Quick: Name the last three winners of the PGA Tour's annual Rookie of the Year award.
If the names Marc Leishman, Andres Romero and Brandt Snedeker don't immediately come to mind, you are forgiven. Each was a deserving winner, but when it comes to that compartment of your brain specifically employed for such record-keeping, their titles were likely forgotten before they were ever remembered.
That isn't the case for this year's top freshman. Saturday's announcement that Rickie Fowler earned the award has quickly turned into a lightning rod topic within the golf world, as the talented youngster defeated Quail Hollow Championship winner Rory McIlroy in a player vote that was received with much derision.
Not from the candidates, mind you. Prior to the announcement, Fowler told me, "I voted for Rory. I'm not going to vote for myself, I'll tell you that. That's just not who I am. He had a great year; he's definitely deserving." Meanwhile, McIlroy followed the decision by telling reporters at the Chevron World Challenge, "It's fine. Look, I really didn't want it. I'm not a rookie. When I joined the PGA Tour, I was top-10 in the world. Rickie had an unbelievable year. He deserves it."
The ire didn't truly escalate until Monday morning, when world No. 1 Lee Westwood -- a Ryder Cup teammate of McIlroy -- tweeted his displeasure for the result.
"Just seen Ricky Fowler has been given rookie of the year!" Westwood wrote. "Yes he's had a good year but rory mcilroy 3rd in 2 majors and an absolute demolition of the field at quail hollow! Oh yes and on the winning Ryder cup team! Please! Is this yet another case of protectionism by the pga tour or are they so desperate to win something! Wouldn't have something to do with Rory not joining the tour next year? Maybe the PGA tour just employs the same voting process as FIFA! Come on, fairs fair!"
Simply check their results and you'll find two worthy candidates, either of whom would have defeated the competition in the last several years. McIlroy had one win to Fowler's zero and finished in third place at two majors; Fowler finished three spots higher on the money list and competed in a dozen more events.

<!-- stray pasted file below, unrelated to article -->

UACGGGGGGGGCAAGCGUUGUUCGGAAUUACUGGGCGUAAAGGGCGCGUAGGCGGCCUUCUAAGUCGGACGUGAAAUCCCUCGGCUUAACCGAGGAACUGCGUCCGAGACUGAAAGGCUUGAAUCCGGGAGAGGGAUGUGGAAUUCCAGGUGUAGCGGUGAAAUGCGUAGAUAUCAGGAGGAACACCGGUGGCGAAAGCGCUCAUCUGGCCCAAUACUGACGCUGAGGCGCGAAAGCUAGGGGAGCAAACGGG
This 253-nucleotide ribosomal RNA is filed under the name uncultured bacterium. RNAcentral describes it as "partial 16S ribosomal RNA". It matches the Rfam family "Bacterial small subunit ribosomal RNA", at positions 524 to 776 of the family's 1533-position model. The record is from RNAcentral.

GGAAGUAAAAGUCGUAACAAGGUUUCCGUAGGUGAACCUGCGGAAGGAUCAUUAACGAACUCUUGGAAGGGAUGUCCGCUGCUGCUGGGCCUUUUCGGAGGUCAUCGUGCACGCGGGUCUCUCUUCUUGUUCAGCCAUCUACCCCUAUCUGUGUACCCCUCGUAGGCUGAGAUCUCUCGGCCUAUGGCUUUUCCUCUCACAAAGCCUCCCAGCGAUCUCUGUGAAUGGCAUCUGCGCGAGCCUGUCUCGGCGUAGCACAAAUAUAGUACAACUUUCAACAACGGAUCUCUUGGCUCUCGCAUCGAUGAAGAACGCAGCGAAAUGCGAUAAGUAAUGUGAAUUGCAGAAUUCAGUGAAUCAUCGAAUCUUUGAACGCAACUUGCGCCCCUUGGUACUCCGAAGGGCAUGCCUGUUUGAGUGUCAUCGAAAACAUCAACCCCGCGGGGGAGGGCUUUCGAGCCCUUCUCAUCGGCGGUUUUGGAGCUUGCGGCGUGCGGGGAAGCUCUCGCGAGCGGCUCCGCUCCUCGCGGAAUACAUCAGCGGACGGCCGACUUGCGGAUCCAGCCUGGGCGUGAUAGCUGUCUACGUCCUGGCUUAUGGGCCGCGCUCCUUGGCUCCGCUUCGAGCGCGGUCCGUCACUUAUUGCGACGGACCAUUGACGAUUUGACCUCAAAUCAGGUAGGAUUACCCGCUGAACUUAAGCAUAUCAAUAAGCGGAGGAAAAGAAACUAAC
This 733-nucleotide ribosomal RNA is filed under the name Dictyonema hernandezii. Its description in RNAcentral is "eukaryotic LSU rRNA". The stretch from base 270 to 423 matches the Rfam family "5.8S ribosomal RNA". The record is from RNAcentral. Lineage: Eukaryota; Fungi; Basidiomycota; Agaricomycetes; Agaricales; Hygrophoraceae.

While not a performance-based statistic, don't overlook the impact of those appearance numbers. PGA Tour end-of-season awards are voted upon by the membership rather than a points system, as used on the LPGA Tour. I spoke with a handful of current players who said that while Fowler was competing on a weekly basis, they'd never even seen McIlroy and therefore didn't feel it was right to vote for someone who seemed like a part-timer.
It shouldn't come as breaking news that fellow players don't exactly pore over the results when filling out their ballots. (When I asked Matt Kuchar after winning The Barclays whom he would vote for Player of the Year, he said, "I normally pass that aside. I try not to think about that. I let my wife or somebody else handle that for me.") So yes, these awards do become quasi popularity contests -- for better or worse.
Throw in the fact that McIlroy has already alienated himself from the PGA Tour by declaring his intention to give up full status for the upcoming season and many players felt they owned even more of a reason to vote against him.
While Westwood and others can't be blamed for stating their opinion of the result, their anger is displaced. When the PGA Tour gives its players sole responsibility for determining winners of these awards, it will always come with an asterisk, since -- much like college football or basketball coaches voting in a national poll for their sports -- they are more worried about their own games than those of their peers.
And to continue an annual favorite rant of mine: The PGA Tour should also provide vote totals for the awards. Did Fowler garner 90 percent of the vote or 51? Hey, revealing the percentages is good enough for elected government officials; it should be enough for the PGA Tour, too.
Just like those political positions, not everybody is going to agree with majority opinion, but they've got to live with it. If Westwood sees fit to cure the golf world of such future injustices, though, he only needs to do one thing to make his voice heard: join the PGA Tour. With membership, the No. 1-ranked player would be allowed to exercise his right to vote at the end of each year.
Jason Sobel is a golf writer for ESPN.com. He can be reached at Jason.Sobel@espn.com.